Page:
The House That Jack Built
Denmark (2018) Dir. Lars von Trier
What makes a serial killer the way they are? It’s probably fair to say the last filmmaker we would want to ponder this question and put his musings on film is Lars von Trier, but he has never cared what people think of him anyway.
The serial killer in question is Jack (Matt Dillon), well spoken, intelligent, artistic, but also disturbed. Talking to somebody named Verge (Bruno Ganz), Jack talks about some of his murders over a twelve-year period in great detail, sharing the askew philosophy behind his actions and the rural childhood which shaped his evil ways.
Each murder is referred to as an “incident” and we are treated to five of them betwixt the psychoanalyst discussion from Jack as he tries to frame the killings as a work of art, relating them to renowned classical works and folklore tales by way of suggesting a philosophical connection between them. When he is done, Jack take the bodies back to his home, takes posed photos of them then stores them in a huge walk-in freezer.
Lars von Trier is one of those filmmakers that are hard to describe to someone who has never seen his works, and for those who have, is someone hard to figure out what he is trying to say or prove. Through his uncompromising and confrontational nature, von Trier is not a darling of the critics nor does he court the mainstream, but any real intent to court controversy actually seems accidental – either that or von Trier really isn’t aware or how abrasive and challenging is films are.
We can add The House That Jack Built to the list of von Trier films one should approach with caution, even if you are experienced in sitting through his uniquely dark, esoteric, and unflinching oeuvre. It is unlike his other works in many ways yet unmistakably a von Trier film in its obtuse boldness which as ever borders on pretension and arrogance – we either get it or we don’t but I doubt von Trier even cares.
Cinema can be a therapeutic thing for both the film maker and the audience but with von Trier, we find ourselves being led into a world that is arguably alien to most of us yet set very much somewhere recognisable and plausible. This film begins in the 1970’s with the first “incident” which is as tropey as they come – a woman (Uma Thurman) needs help as her car has a flat tyre and her carjack is broken, and guess who happens to be driving past?
Yet, it is cheekily Meta; the woman mocks Jack for picking her up as she might be a serial killer, or maybe she is getting in a car with one. She rattles off the clichés that occur in such fictional scenarios, which is von Trier teasing that he might let them play out just to be ironic, but it could also be a way of addressing the violence and gruesome content in his films is “art” and a staple of cinema that shouldn’t be seen as real.
One thing we can take away from this film is that it doesn’t appear to justify or celebrate cold-blooded murder, although this first one does almost do this. The woman is rather obnoxious in her pleading with Jack to help her, oblivious to his disinterested refusal and desire to leave but he acquiesces anyway. However, her non-stop chatter pushes Jack too far and he shuts her up for good using the broken carjack, which is the closest von Trier gets to making Jack a harangued victim snapping.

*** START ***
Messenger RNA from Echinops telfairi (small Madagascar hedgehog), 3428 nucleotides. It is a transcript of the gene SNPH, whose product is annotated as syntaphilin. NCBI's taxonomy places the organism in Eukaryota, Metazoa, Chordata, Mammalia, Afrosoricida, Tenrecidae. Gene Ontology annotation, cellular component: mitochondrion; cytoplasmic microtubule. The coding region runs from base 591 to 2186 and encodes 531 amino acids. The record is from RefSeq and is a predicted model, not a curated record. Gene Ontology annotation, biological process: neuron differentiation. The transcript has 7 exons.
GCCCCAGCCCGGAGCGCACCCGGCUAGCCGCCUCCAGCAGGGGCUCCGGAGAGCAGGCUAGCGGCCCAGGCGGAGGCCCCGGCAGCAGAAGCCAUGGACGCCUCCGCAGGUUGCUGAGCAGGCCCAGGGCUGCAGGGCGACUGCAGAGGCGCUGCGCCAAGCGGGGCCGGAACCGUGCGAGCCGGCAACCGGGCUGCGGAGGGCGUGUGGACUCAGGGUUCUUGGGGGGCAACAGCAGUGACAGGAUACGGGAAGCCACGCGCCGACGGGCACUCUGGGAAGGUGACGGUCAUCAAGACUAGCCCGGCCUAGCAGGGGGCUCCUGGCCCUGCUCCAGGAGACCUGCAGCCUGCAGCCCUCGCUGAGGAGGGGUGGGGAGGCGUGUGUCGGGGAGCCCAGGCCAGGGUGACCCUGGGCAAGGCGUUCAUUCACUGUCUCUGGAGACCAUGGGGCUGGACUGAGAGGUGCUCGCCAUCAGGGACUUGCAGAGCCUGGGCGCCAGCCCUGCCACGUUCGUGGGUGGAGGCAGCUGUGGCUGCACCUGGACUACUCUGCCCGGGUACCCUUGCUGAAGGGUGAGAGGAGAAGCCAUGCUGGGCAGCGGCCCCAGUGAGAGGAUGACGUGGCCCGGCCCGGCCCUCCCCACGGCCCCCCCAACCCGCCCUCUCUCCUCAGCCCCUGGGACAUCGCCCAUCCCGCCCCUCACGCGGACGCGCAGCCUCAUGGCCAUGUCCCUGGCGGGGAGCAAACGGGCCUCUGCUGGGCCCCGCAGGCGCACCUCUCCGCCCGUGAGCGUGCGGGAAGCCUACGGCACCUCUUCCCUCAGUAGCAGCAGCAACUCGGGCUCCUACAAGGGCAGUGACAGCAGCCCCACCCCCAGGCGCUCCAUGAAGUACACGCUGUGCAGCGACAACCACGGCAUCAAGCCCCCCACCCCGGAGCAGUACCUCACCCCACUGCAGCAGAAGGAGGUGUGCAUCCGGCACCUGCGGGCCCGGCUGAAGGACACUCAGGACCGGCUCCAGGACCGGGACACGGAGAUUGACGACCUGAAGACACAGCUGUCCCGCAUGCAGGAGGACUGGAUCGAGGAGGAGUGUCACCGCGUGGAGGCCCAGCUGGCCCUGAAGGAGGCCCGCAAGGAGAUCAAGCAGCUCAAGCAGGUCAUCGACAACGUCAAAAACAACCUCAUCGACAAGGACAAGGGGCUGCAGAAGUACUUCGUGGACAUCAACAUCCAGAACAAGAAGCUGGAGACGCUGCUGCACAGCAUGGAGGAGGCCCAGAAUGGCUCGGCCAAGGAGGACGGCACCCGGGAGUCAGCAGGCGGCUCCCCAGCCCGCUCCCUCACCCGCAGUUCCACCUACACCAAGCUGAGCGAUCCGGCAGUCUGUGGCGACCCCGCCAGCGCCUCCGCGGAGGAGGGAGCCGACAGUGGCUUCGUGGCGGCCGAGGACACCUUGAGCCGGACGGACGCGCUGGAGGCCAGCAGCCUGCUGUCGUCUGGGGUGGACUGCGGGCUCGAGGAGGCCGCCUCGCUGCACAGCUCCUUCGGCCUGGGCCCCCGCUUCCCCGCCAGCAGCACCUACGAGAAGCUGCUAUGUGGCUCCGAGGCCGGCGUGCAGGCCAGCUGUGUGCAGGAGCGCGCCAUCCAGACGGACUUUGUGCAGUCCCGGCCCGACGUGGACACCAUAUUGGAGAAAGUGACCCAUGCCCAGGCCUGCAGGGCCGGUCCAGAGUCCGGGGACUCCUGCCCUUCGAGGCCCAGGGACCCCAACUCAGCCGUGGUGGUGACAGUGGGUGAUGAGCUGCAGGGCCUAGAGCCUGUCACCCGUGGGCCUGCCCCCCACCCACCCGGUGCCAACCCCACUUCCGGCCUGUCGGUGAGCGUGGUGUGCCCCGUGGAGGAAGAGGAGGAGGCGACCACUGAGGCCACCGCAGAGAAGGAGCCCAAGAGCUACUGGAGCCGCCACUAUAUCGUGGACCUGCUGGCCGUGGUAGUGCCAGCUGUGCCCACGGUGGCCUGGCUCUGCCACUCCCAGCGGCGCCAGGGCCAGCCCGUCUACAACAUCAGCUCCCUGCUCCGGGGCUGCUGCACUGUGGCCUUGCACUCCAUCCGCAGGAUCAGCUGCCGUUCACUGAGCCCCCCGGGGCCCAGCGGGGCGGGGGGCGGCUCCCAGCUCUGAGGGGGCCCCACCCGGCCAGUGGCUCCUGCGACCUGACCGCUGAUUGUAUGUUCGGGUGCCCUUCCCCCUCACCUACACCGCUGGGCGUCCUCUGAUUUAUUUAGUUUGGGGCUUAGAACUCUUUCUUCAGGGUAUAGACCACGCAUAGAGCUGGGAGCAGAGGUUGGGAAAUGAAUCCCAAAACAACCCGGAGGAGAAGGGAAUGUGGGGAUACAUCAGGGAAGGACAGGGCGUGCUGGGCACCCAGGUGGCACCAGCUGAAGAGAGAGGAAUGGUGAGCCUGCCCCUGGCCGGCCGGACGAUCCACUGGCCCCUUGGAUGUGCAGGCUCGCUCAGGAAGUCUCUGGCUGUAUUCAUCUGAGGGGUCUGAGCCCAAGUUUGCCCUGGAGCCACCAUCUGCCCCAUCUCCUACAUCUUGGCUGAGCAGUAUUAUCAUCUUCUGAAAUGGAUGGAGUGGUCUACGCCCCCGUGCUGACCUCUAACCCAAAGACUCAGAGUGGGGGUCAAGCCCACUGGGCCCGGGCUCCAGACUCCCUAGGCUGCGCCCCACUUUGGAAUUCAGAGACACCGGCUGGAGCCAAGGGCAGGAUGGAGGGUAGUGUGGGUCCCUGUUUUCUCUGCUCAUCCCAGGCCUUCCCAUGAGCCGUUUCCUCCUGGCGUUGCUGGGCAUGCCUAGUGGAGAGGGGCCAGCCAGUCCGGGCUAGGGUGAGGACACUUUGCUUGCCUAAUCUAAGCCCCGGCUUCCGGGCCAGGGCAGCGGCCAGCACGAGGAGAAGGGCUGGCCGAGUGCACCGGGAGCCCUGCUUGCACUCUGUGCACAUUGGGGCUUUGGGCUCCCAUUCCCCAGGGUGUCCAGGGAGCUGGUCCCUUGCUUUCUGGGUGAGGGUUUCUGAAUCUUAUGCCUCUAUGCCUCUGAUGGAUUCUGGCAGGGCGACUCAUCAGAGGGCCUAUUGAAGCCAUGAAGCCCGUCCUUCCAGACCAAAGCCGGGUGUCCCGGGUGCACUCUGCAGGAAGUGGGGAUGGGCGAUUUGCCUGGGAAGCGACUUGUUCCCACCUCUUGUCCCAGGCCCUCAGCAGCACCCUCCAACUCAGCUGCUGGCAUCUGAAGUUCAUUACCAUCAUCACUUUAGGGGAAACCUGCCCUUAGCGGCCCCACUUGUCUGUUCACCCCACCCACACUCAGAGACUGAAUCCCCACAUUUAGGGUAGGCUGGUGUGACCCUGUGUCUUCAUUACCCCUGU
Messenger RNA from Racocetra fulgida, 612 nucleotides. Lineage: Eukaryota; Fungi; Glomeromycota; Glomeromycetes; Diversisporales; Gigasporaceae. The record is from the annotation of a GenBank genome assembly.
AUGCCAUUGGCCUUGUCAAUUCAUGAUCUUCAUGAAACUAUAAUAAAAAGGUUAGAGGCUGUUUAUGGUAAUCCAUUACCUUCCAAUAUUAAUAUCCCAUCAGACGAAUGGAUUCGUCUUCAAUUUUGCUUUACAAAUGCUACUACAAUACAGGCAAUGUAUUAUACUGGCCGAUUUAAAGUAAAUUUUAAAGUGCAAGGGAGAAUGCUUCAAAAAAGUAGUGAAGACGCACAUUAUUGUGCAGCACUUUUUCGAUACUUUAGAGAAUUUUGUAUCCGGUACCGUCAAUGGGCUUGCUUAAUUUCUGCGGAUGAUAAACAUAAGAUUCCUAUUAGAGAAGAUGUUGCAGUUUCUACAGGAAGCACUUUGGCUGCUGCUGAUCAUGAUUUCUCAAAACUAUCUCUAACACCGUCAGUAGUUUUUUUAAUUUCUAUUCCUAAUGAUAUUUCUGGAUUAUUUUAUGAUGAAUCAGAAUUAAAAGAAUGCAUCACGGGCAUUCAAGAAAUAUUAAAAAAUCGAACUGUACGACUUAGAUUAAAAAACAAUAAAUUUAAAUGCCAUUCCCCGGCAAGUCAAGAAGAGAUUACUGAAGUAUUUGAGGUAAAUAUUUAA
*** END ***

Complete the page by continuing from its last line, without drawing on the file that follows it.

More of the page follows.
Everything else is unapologetically gratuitous, senseless and in one case, grotesque. When Jack actually confesses to being the serial killer known as “Mr. Sophistication” to one victim, she tells a policeman who doesn’t believe her because she has been drinking. So it’s society’s fault now. That is a little reductive but von Trier has a point for once.
With the first four victims all being female this may imply to some von Trier is his usual misogynistic self, which Verge brings up to expose Jack’s view that women are stupid thus easy prey. But the final incident involving a group of men involuntarily helping Jack with a twisted experiment at least shows Jack is an equal opportunity psychopath.
But where is it all leading to? The final act sees the film disappear up its own backside unless one is familiar with Dante’s Inferno and even if you are it is still pretentious tosh that doesn’t offer any answers. Not that we expected any from a man who tries to argue history’s most heinous figures like Hitler, Stalin, Chairman Mao, Pol Pot, etc. are artists and their brutal legacy is akin to anything displayed in a gallery or museum.
Or it simple could be that von Trier really does have a damaged psyche and a lifetime of psychological issues and feels the only way he can expunge them is through making the rest of us suffer. Maybe he really is a misunderstood genius and we are not able to read any profound meaning behind the shocking images because he is so far ahead of us – the sign of a true artist or a gifted conman?
As I have mused about maverick Japanese directors like Sion Sono and Takashi Miike, it is amazing how they can get respected actors to play deviant roles and von Trier is in the same camp. How else do you explain former 80’s Brat Packer Matt Dillon to be such a chilling evil creature? Or Sofie Gråbøl, Uma Thurman, and the legendary Bruno Ganz to join in the grisly fun?
The answer may never come, but if The House That Jack Built is any indicator, they will still be lining up regardless. In recommending this sprawling, overlong (2 ½ hours), and difficult film, I fear the queue for willing viewers will be far shorter. For von Trier fans only.